* http://www.springerlink.com/content/v454gmw41411m061/



duncan, it's quite a conincidence that i have a couple of copies of this book just laying around... it's of course nice to see somebody reasoning very similar to the thoughts i was having, but let me step back a little. you identify the "verbiness of the URI" to be a bad sign, and i think that's my main concern, too. subbu in his cookbook in recipe 2.6, on he other hand, explicitly recommends to use "Controller Resources", and his main objection about the approach of POSTing to the URI of the actual resource is that then the POST request body would contain the verb, so he claims that the "verbiness of the representation" is a bad thing. i guess in the end the verb needs to go somewhere, since the operation is not directly part of the uniform interface, and REST only has so many places where you can stick it.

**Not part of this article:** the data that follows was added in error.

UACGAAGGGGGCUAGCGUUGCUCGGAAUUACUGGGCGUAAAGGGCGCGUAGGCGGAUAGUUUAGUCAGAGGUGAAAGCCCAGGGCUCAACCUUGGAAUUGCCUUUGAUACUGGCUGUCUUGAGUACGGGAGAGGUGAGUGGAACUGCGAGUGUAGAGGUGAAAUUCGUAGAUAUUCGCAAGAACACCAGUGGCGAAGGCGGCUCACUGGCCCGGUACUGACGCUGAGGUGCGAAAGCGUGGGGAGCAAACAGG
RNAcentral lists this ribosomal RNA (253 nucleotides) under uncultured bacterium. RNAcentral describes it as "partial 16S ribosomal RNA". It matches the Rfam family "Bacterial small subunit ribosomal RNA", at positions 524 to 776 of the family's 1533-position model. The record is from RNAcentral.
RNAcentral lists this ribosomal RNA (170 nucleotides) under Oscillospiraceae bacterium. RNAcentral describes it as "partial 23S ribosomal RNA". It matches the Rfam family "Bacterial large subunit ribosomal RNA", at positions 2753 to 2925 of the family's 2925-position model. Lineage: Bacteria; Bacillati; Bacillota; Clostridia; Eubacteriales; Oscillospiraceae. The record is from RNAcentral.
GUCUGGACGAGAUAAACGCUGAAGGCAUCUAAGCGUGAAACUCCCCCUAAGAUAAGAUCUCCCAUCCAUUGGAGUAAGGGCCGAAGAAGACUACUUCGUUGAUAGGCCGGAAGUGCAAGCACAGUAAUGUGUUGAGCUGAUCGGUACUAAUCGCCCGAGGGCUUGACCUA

personally, to me it seems that sending such a request as a self-describing representation in a request is the cleaner way to go, because you are interacting with the resource (or, as suggested, maybe with a more generic payment resource that would allow payment for a variety of things, all of which would be linked). but for being self-describing, the payment definitely would need to have a link to the order being paid. but apart from the design option of decoupling the payment resource from the paid items, i am having a hard time coming up with actual reasons to go one way or the other. it just seems more natural to represent the operation in a self-describing message, in the same way as you would have filled out a form to initiate an action on a pending business process in old-school paper-driven processes, and there the interaction point would have been the pending business process, and not an endpoint specifically created for this one possible action. but still, this is mostly a gut feeling, but maybe that's all there is in this case.